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Dunedin police are warning about a ''spike'' in burglaries of vacant student properties after a landlord disturbed an intruder in a Castle St flat on Saturday.
Dunedin policeman Sergeant Dave Scott said a landlord disturbed an apparent burglar at 8.48am when he entered a vacant flat in Castle St to do some work.
The intruder had run away. Police put a cordon in place and searched unsuccessfully using a police dog but were following a positive lead in their inquiries, he said.
The Dunedin North area, including many student flats, was known to be targeted by criminals, so police and Campus Watch also targeted the area with regular patrols, even when most students were away.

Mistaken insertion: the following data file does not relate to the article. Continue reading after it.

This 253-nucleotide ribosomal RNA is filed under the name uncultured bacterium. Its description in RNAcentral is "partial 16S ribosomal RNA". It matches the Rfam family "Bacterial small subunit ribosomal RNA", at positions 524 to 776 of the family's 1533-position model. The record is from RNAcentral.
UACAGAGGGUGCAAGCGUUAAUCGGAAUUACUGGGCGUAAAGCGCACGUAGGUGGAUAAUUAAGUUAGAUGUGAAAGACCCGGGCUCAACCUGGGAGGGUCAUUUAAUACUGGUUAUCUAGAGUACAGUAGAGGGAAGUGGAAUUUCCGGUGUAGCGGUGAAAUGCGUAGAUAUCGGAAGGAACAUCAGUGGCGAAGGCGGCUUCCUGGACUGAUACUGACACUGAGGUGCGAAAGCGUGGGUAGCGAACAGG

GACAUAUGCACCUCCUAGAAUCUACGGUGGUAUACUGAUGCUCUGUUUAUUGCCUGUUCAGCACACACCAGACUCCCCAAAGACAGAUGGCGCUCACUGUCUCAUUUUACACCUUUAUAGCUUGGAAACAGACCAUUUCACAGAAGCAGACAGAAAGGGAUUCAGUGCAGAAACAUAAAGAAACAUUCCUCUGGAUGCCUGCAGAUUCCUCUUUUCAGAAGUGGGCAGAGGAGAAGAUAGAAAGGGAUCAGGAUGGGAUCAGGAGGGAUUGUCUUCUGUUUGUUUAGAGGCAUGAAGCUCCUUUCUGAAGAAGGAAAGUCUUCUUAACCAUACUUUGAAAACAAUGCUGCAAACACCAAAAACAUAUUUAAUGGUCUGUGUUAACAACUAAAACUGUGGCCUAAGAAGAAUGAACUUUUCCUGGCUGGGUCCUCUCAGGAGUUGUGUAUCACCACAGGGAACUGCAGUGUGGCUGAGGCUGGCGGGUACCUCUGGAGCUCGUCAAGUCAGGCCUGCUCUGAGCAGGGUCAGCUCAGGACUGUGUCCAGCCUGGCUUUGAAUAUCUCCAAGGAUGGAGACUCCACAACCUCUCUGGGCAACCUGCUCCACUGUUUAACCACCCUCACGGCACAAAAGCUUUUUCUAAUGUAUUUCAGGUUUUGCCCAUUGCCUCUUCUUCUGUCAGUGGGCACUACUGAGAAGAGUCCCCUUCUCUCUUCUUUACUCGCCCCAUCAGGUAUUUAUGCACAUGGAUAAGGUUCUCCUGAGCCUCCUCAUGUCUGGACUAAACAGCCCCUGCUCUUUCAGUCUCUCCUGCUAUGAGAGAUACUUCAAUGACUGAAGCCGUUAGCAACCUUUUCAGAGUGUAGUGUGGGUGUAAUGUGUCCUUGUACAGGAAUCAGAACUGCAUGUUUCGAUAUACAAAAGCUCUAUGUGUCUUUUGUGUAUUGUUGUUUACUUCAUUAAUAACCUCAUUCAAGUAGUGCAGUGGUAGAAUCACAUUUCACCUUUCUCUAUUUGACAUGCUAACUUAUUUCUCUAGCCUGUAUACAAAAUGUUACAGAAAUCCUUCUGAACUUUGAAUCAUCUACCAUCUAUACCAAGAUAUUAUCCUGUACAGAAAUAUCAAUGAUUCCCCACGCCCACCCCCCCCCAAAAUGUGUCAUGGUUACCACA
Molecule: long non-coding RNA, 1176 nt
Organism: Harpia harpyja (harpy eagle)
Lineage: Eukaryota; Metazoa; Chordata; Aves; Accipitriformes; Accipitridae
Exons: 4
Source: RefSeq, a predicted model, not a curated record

Dunedin police community relations co-ordinator Sergeant Matt Scoles said burglaries of property left in vacant student flats ''spiked'' at this time of year.
However, in the past three years police had educated students on the risks of burglaries, which had resulted in ''a significant decrease'' in reported burglaries.
The education of students by police began at the start of the academic year and included crime prevention visits, pamphlet drops and giving out invisible marking pens for labelling property.
The education, in conjunction with Campus Watch and Neighbourhood Support,
continued for most of the year, he said.
People living near student flats should remain ''vigilant'' for any suspicious activity, he said.
Otago Property Investors' Association president Wendy Bowman said landlords should make sure vacant student properties were ''super secure'' by checking doors and windows were locked. Students should ensure valuable property stored in vacant flats was ''hidden'' to deter potential burglars, she said.
''If people see valuables in there, it's more tempting than if they can see nothing.''